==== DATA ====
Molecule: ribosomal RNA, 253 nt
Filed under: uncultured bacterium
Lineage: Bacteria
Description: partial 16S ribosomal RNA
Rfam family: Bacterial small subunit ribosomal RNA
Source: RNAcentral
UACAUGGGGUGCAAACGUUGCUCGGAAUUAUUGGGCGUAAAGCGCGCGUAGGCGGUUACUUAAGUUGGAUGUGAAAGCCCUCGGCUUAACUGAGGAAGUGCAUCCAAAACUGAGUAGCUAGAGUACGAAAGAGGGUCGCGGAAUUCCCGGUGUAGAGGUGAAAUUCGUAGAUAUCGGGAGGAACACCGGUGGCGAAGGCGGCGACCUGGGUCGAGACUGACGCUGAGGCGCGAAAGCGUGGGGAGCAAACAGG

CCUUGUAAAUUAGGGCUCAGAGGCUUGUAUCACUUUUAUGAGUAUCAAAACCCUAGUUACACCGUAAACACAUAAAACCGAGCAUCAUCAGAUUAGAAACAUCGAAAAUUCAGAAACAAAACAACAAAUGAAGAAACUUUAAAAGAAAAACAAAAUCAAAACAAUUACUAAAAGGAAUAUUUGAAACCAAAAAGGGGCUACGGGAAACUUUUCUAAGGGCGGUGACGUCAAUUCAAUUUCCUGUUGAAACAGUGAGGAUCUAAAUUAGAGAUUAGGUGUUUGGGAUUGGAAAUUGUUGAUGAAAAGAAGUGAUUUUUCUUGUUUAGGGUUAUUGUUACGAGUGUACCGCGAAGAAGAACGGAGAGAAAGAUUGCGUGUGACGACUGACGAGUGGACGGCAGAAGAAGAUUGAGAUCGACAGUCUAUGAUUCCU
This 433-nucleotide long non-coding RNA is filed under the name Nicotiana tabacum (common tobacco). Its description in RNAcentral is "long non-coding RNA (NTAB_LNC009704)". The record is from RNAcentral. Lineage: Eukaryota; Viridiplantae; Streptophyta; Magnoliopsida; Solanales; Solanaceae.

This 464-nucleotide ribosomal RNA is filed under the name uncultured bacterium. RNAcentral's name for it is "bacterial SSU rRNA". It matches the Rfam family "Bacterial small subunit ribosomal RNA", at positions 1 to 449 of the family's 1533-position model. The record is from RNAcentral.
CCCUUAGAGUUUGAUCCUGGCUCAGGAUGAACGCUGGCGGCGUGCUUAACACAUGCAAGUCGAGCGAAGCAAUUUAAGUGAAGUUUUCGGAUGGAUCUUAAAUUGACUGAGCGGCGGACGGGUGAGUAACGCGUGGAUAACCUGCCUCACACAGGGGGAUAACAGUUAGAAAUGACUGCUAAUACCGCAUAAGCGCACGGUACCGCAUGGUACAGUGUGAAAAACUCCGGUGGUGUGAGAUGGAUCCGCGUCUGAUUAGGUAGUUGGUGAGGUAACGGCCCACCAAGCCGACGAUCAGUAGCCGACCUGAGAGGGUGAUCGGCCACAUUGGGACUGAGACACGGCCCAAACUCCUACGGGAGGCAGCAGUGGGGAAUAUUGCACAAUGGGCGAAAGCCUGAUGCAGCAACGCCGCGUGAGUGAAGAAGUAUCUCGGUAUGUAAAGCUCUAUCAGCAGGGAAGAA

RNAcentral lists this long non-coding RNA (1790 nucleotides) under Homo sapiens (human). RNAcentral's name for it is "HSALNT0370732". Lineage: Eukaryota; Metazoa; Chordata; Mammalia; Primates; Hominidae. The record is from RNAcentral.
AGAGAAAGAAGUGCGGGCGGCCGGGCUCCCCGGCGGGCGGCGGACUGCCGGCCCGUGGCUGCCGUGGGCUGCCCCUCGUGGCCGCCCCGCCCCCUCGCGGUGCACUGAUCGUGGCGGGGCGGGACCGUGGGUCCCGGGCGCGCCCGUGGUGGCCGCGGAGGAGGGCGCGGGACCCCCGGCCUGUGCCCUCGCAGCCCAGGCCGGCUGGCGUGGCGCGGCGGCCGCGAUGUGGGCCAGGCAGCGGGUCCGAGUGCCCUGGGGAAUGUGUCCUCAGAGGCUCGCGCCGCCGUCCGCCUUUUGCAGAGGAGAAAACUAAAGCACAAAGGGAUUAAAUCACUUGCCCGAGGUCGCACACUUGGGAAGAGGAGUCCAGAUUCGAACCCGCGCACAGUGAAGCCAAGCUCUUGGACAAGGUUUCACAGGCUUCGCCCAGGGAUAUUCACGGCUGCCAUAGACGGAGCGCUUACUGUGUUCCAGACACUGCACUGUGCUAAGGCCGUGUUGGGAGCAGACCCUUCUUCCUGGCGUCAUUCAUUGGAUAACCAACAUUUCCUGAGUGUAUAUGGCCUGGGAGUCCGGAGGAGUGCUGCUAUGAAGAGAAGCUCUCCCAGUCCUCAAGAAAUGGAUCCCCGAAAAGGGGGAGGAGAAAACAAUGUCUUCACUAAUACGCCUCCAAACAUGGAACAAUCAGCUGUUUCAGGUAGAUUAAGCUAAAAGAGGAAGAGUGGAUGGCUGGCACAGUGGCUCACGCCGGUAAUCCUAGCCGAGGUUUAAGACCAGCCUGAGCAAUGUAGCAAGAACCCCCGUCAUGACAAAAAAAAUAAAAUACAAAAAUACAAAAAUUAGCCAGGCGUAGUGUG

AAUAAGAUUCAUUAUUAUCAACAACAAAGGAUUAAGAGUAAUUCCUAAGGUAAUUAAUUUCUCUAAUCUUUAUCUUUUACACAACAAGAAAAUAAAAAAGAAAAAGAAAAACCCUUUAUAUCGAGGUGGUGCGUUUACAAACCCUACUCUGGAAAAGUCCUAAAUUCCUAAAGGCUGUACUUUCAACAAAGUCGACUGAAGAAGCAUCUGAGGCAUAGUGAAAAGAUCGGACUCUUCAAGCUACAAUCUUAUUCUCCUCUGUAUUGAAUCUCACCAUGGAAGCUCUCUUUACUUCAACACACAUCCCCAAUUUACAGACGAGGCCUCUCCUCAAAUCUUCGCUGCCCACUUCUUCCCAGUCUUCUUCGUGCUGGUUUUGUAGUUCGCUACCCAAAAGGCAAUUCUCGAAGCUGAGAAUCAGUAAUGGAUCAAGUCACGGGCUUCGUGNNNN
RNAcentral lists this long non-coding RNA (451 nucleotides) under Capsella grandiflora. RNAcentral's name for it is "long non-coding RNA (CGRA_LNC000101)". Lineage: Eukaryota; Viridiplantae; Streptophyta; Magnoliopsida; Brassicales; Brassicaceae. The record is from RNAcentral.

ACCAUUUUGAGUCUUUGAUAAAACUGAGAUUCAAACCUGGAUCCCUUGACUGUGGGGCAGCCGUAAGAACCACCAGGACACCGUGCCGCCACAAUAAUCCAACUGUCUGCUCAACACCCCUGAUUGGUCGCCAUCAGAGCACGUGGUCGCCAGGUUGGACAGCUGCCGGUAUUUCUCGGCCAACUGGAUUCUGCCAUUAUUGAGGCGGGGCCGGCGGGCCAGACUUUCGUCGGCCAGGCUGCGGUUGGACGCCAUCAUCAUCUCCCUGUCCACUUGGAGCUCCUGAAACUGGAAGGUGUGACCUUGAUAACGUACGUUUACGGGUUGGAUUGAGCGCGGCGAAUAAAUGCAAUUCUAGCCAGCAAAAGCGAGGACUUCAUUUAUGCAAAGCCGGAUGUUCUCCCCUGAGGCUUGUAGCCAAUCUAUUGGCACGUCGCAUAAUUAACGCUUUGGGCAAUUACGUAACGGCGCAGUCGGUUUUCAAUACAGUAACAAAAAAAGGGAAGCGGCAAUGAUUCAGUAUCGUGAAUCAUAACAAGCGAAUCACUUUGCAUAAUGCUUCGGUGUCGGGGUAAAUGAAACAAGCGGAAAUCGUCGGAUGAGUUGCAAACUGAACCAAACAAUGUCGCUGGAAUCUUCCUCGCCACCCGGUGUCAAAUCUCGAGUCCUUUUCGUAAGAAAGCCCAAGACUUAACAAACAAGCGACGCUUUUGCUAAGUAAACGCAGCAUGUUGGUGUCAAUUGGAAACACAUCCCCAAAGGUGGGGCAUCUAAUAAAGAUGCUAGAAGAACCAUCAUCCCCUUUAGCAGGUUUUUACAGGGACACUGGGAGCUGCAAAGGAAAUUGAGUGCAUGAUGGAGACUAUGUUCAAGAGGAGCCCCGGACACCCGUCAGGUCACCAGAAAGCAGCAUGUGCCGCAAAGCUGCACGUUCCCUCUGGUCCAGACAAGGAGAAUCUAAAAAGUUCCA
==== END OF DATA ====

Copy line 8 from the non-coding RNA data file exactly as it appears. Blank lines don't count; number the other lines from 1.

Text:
CCUUGUAAAUUAGGGCUCAGAGGCUUGUAUCACUUUUAUGAGUAUCAAAACCCUAGUUACACCGUAAACACAUAAAACCGAGCAUCAUCAGAUUAGAAACAUCGAAAAUUCAGAAACAAAACAACAAAUGAAGAAACUUUAAAAGAAAAACAAAAUCAAAACAAUUACUAAAAGGAAUAUUUGAAACCAAAAAGGGGCUACGGGAAACUUUUCUAAGGGCGGUGACGUCAAUUCAAUUUCCUGUUGAAACAGUGAGGAUCUAAAUUAGAGAUUAGGUGUUUGGGAUUGGAAAUUGUUGAUGAAAAGAAGUGAUUUUUCUUGUUUAGGGUUAUUGUUACGAGUGUACCGCGAAGAAGAACGGAGAGAAAGAUUGCGUGUGACGACUGACGAGUGGACGGCAGAAGAAGAUUGAGAUCGACAGUCUAUGAUUCCU